Friday, May 22, 2015
Review: Black Iris by Leah Raeder
Title: Black Iris
Author: Leah Raeder
Rating: 4 Stars
I don’t think I can adequately begin to express just how important of a book Black Iris is. I attend an extremely liberal, accepting college but, even then, this novel made me feel less alone and more comfortable in my own skin—and that’s no small feat.
Black Iris is a revenge story, one that I often found difficult to read, but Raeder’s prose is pure magic and it is impossible to stay away from this book for long. While Unteachable was a clear-cut forbidden romance, filled with emotion and romance, Black Iris is its darker, more mysterious cousin. Raeder crafts this novel in such a way that timelines converge, split apart, and shift dramatically. It’s easy to think you know what’s happening or what the end result is or who the victim and perpetrator really are—but, truly, you’ve simply been kept in the dark until the final, all-too-unpredictable reveal. It’s a brilliant feat of writing, this combination of prose and plot, and when you add Raeder’s cutthroat emotion—the kind that seeps into your skin and deep into the pits of your stomach—it is evident that Black Iris is different. It is special.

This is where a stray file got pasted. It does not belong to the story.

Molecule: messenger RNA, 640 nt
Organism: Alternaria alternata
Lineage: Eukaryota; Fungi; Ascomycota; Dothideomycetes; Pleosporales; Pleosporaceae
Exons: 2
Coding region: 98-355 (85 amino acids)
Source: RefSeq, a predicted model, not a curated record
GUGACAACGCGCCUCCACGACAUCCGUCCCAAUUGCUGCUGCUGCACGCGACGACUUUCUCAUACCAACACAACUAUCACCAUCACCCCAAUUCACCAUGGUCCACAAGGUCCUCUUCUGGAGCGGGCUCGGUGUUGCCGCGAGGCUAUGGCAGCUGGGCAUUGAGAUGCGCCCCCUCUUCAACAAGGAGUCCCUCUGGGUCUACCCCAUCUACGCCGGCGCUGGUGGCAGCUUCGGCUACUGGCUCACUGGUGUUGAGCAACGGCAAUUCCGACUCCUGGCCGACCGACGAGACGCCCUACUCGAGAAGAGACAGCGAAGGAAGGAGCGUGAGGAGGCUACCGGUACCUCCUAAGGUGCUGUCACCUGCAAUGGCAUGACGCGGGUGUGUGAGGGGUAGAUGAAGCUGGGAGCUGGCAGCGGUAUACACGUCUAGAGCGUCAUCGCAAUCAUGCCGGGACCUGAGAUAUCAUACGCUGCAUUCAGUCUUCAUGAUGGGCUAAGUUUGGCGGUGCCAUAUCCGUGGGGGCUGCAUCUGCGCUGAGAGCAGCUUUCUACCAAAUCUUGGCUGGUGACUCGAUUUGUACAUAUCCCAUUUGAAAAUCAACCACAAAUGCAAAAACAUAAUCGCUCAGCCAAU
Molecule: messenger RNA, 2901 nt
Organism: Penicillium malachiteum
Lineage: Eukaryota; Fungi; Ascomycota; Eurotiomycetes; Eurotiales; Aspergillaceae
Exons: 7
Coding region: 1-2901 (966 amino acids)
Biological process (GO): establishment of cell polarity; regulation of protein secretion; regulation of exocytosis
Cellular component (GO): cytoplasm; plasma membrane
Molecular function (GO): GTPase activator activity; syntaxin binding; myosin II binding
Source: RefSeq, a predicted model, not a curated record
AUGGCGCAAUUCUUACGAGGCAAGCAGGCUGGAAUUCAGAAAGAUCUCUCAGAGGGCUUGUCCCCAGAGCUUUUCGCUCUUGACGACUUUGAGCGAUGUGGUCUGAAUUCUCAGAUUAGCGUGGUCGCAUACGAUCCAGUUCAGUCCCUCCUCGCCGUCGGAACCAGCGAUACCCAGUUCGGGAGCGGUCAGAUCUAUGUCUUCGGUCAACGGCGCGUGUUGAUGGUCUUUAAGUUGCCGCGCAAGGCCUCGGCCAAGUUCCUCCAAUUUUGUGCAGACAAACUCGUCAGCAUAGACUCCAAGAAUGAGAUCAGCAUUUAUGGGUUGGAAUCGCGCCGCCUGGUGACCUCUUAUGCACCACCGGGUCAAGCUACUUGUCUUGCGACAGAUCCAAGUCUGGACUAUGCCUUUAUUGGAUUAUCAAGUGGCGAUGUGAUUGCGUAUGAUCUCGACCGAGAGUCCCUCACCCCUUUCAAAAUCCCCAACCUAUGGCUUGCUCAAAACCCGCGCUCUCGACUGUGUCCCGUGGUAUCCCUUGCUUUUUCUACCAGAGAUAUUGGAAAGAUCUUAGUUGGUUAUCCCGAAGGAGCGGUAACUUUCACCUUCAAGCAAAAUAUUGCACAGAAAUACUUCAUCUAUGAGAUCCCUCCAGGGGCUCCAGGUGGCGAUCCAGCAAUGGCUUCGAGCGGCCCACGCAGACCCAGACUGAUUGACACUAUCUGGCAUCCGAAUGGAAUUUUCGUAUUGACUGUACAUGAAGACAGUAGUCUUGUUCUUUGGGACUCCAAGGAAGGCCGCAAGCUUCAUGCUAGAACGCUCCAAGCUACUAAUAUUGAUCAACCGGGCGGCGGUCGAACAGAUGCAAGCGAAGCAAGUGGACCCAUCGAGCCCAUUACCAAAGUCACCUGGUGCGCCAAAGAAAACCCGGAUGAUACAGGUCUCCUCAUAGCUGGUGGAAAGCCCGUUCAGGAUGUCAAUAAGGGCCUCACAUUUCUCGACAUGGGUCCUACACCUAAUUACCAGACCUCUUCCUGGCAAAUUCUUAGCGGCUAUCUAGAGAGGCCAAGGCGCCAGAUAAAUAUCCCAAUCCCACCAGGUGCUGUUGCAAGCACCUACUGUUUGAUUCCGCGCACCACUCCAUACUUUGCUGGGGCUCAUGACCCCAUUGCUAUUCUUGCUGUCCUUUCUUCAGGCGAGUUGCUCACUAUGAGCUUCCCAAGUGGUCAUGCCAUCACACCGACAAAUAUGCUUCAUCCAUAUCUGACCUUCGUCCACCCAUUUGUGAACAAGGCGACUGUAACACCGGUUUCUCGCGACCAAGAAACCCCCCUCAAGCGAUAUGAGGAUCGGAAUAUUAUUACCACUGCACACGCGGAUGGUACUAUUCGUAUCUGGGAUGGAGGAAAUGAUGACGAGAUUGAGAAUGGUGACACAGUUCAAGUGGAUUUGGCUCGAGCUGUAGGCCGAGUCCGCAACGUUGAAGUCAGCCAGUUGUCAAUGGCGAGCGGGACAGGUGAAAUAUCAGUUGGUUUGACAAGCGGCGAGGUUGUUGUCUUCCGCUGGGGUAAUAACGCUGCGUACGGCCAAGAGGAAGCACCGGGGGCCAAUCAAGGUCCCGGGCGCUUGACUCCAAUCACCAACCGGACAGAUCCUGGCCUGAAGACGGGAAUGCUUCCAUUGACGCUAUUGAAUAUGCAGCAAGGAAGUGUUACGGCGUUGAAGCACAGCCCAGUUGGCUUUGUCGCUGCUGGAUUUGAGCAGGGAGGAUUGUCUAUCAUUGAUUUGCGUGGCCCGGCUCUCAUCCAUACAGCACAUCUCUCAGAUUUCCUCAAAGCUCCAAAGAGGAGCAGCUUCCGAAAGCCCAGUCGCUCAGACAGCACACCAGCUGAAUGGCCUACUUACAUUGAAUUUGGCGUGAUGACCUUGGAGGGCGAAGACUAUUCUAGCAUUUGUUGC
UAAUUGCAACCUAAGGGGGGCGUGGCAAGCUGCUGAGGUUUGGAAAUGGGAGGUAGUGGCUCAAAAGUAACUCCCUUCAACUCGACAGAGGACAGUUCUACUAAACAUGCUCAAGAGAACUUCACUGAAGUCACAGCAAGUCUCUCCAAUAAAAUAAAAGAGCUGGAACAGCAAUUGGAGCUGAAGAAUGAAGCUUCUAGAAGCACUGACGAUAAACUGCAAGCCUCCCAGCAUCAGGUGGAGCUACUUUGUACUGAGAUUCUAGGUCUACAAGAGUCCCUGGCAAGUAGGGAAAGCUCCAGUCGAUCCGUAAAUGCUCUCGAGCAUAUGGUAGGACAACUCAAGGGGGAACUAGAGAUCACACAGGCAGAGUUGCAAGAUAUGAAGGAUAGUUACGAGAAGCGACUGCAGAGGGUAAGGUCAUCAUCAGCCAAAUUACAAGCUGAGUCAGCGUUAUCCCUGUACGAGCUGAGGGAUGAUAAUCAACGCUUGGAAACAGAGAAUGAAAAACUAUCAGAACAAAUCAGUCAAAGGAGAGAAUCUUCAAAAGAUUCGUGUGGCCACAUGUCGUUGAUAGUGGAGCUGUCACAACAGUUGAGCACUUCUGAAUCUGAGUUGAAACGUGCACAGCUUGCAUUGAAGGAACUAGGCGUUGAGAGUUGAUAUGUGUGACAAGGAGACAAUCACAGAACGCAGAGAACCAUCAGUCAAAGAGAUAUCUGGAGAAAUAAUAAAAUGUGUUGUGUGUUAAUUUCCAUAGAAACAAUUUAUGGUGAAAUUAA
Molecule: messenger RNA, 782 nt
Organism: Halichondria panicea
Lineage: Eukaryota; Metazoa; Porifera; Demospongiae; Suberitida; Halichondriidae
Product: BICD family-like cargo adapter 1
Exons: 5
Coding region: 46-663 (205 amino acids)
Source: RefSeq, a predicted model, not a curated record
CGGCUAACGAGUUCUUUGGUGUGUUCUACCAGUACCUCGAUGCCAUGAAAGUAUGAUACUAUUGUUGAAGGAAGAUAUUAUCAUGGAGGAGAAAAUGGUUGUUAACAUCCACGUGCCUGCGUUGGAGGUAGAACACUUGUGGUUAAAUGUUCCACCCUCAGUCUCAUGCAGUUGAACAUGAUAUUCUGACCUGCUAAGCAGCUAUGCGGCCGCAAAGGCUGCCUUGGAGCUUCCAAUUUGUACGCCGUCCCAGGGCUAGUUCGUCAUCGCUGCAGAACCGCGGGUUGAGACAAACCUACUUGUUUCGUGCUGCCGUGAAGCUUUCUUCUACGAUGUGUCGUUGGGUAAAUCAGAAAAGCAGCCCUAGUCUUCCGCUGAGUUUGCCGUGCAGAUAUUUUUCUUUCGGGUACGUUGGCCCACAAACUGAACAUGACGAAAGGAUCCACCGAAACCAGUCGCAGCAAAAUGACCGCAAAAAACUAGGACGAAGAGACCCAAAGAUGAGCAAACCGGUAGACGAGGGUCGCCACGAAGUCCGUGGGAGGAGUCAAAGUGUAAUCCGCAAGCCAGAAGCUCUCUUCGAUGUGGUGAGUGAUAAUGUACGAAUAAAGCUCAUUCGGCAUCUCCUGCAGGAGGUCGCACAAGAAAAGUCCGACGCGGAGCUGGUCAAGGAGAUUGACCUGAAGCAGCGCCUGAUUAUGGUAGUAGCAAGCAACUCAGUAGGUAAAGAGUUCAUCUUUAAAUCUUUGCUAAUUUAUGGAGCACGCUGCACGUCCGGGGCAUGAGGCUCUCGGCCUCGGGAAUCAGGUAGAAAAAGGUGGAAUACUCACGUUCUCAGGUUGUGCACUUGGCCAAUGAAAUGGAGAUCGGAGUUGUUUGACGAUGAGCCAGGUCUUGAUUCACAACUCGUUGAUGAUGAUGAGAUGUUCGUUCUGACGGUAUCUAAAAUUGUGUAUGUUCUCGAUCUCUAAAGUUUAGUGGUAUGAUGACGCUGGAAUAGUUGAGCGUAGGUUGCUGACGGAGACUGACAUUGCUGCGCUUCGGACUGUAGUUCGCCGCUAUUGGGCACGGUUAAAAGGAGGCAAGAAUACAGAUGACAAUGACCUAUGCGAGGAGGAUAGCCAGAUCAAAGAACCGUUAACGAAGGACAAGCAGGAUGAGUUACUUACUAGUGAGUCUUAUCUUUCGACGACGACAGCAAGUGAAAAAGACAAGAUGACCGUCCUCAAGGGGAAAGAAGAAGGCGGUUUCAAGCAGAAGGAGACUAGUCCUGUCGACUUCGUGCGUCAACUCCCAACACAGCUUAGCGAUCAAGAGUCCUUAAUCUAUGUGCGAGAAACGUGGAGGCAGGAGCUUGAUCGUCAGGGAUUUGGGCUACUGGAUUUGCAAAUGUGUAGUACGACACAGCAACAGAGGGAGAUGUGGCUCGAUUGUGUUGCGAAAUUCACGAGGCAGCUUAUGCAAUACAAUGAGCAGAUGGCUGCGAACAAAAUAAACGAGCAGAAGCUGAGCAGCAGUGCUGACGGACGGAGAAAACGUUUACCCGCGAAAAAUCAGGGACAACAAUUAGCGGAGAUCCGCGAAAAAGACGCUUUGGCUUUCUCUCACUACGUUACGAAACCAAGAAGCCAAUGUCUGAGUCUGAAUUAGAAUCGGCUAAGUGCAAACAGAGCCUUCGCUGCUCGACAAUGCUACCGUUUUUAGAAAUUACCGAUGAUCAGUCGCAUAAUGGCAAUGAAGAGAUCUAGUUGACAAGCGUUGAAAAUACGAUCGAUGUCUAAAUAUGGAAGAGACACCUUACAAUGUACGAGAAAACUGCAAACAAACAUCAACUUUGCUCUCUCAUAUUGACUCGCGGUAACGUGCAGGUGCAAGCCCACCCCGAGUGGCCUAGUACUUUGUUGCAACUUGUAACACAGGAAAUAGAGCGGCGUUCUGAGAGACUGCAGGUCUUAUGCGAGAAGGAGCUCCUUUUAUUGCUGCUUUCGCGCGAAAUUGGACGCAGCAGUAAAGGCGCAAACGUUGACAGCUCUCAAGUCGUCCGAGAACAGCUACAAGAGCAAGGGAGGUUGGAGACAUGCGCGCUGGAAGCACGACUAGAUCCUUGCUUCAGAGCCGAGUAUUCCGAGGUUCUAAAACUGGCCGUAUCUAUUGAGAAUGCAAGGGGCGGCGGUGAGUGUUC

In all honesty, I do not love this book. I don’t think I could ever read it again—a strange combination of hitting too close to home and not too close at all—but that does not negate the fact that I thoroughly enjoyed the experience of it. More than anything else, I am grateful to Raeder for writing about sexual fluidity; for creating characters who do not fit in any boxes but still manage to find happiness. It is important for readers to be able to pick up a book and find characters they identify with—sexually, and personality-wise. With Unteachable Raeder already made strides in writing an unlikable heroine who, somehow, we manage to root for. With Black Iris, the lines are even more blurred. I do not know if I always rooted for this heroine, but I always respected and supported her decision; I always accepted who she was and her bravery in reaching that place of self-confidence.
Black Iris is best read blind. I hesitate to discuss the plot or the characters or anything, really, with the exception of my feelings. And, oh my, did I feel. I fell for the wrong characters, I rooted for the morally corrupt, I switched sides. There is nothing I love more than a novel that inspires such a wide range of emotion and with Black Iris, that is precisely what you are guaranteed. Leah Raeder, thank you for having the courage to write such an important, meaningful novel. I appreciate your guts and, in particular, you sharing your story in the acknowledgements section. It means more than you can know, perhaps.